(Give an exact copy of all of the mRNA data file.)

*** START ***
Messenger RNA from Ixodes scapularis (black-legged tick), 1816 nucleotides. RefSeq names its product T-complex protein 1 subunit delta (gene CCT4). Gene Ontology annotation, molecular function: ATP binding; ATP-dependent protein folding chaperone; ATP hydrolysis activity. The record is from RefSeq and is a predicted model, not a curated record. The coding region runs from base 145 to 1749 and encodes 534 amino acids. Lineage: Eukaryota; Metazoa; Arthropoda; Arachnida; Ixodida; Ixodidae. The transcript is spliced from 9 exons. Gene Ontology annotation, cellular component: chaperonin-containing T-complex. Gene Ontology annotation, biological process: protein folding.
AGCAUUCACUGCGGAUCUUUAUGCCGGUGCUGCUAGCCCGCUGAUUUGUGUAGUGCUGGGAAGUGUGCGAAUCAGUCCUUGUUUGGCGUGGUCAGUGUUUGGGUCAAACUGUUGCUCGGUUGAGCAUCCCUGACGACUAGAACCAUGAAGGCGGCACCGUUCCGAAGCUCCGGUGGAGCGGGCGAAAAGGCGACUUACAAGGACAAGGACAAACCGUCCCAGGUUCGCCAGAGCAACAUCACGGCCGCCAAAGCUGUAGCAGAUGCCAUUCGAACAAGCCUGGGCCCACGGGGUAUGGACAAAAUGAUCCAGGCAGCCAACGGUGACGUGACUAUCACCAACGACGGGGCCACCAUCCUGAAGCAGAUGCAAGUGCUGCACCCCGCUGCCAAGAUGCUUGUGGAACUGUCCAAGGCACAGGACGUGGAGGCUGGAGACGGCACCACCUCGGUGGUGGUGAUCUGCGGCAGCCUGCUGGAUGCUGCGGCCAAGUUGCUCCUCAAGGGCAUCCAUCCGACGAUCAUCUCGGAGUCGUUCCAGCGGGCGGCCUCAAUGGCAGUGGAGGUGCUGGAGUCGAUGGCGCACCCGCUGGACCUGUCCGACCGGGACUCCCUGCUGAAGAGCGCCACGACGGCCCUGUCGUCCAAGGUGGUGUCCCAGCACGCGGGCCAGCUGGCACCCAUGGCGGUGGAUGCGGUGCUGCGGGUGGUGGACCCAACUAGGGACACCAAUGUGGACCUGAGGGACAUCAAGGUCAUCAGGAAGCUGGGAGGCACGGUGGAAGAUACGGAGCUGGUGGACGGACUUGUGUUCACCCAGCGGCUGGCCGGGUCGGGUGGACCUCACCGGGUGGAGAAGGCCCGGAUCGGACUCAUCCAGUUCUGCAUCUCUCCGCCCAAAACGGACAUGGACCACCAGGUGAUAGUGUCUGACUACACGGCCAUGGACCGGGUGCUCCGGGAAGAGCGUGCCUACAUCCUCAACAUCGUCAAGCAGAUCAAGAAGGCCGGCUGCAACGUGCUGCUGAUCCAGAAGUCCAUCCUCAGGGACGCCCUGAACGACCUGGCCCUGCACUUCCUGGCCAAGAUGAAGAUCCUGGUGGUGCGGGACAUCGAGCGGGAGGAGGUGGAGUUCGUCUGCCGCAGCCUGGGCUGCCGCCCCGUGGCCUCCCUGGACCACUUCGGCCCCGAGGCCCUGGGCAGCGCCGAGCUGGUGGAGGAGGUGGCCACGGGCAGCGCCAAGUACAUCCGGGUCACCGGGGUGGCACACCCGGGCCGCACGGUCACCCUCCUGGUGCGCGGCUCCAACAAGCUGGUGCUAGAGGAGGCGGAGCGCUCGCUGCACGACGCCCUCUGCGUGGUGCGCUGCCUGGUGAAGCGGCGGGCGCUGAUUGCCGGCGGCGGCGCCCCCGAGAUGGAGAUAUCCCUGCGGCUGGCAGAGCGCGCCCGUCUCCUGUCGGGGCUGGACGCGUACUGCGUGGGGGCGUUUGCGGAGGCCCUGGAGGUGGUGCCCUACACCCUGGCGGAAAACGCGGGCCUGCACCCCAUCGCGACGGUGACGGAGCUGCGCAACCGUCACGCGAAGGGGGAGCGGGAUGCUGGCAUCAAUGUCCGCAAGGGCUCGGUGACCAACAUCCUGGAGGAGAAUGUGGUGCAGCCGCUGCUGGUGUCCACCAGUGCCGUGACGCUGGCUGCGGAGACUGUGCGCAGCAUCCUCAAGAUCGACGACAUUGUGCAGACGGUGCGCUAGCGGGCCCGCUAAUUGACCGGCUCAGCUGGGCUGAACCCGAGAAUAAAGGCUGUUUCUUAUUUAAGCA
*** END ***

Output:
Messenger RNA from Ixodes scapularis (black-legged tick), 1816 nucleotides. RefSeq names its product T-complex protein 1 subunit delta (gene CCT4). Gene Ontology annotation, molecular function: ATP binding; ATP-dependent protein folding chaperone; ATP hydrolysis activity. The record is from RefSeq and is a predicted model, not a curated record. The coding region runs from base 145 to 1749 and encodes 534 amino acids. Lineage: Eukaryota; Metazoa; Arthropoda; Arachnida; Ixodida; Ixodidae. The transcript is spliced from 9 exons. Gene Ontology annotation, cellular component: chaperonin-containing T-complex. Gene Ontology annotation, biological process: protein folding.
AGCAUUCACUGCGGAUCUUUAUGCCGGUGCUGCUAGCCCGCUGAUUUGUGUAGUGCUGGGAAGUGUGCGAAUCAGUCCUUGUUUGGCGUGGUCAGUGUUUGGGUCAAACUGUUGCUCGGUUGAGCAUCCCUGACGACUAGAACCAUGAAGGCGGCACCGUUCCGAAGCUCCGGUGGAGCGGGCGAAAAGGCGACUUACAAGGACAAGGACAAACCGUCCCAGGUUCGCCAGAGCAACAUCACGGCCGCCAAAGCUGUAGCAGAUGCCAUUCGAACAAGCCUGGGCCCACGGGGUAUGGACAAAAUGAUCCAGGCAGCCAACGGUGACGUGACUAUCACCAACGACGGGGCCACCAUCCUGAAGCAGAUGCAAGUGCUGCACCCCGCUGCCAAGAUGCUUGUGGAACUGUCCAAGGCACAGGACGUGGAGGCUGGAGACGGCACCACCUCGGUGGUGGUGAUCUGCGGCAGCCUGCUGGAUGCUGCGGCCAAGUUGCUCCUCAAGGGCAUCCAUCCGACGAUCAUCUCGGAGUCGUUCCAGCGGGCGGCCUCAAUGGCAGUGGAGGUGCUGGAGUCGAUGGCGCACCCGCUGGACCUGUCCGACCGGGACUCCCUGCUGAAGAGCGCCACGACGGCCCUGUCGUCCAAGGUGGUGUCCCAGCACGCGGGCCAGCUGGCACCCAUGGCGGUGGAUGCGGUGCUGCGGGUGGUGGACCCAACUAGGGACACCAAUGUGGACCUGAGGGACAUCAAGGUCAUCAGGAAGCUGGGAGGCACGGUGGAAGAUACGGAGCUGGUGGACGGACUUGUGUUCACCCAGCGGCUGGCCGGGUCGGGUGGACCUCACCGGGUGGAGAAGGCCCGGAUCGGACUCAUCCAGUUCUGCAUCUCUCCGCCCAAAACGGACAUGGACCACCAGGUGAUAGUGUCUGACUACACGGCCAUGGACCGGGUGCUCCGGGAAGAGCGUGCCUACAUCCUCAACAUCGUCAAGCAGAUCAAGAAGGCCGGCUGCAACGUGCUGCUGAUCCAGAAGUCCAUCCUCAGGGACGCCCUGAACGACCUGGCCCUGCACUUCCUGGCCAAGAUGAAGAUCCUGGUGGUGCGGGACAUCGAGCGGGAGGAGGUGGAGUUCGUCUGCCGCAGCCUGGGCUGCCGCCCCGUGGCCUCCCUGGACCACUUCGGCCCCGAGGCCCUGGGCAGCGCCGAGCUGGUGGAGGAGGUGGCCACGGGCAGCGCCAAGUACAUCCGGGUCACCGGGGUGGCACACCCGGGCCGCACGGUCACCCUCCUGGUGCGCGGCUCCAACAAGCUGGUGCUAGAGGAGGCGGAGCGCUCGCUGCACGACGCCCUCUGCGUGGUGCGCUGCCUGGUGAAGCGGCGGGCGCUGAUUGCCGGCGGCGGCGCCCCCGAGAUGGAGAUAUCCCUGCGGCUGGCAGAGCGCGCCCGUCUCCUGUCGGGGCUGGACGCGUACUGCGUGGGGGCGUUUGCGGAGGCCCUGGAGGUGGUGCCCUACACCCUGGCGGAAAACGCGGGCCUGCACCCCAUCGCGACGGUGACGGAGCUGCGCAACCGUCACGCGAAGGGGGAGCGGGAUGCUGGCAUCAAUGUCCGCAAGGGCUCGGUGACCAACAUCCUGGAGGAGAAUGUGGUGCAGCCGCUGCUGGUGUCCACCAGUGCCGUGACGCUGGCUGCGGAGACUGUGCGCAGCAUCCUCAAGAUCGACGACAUUGUGCAGACGGUGCGCUAGCGGGCCCGCUAAUUGACCGGCUCAGCUGGGCUGAACCCGAGAAUAAAGGCUGUUUCUUAUUUAAGCA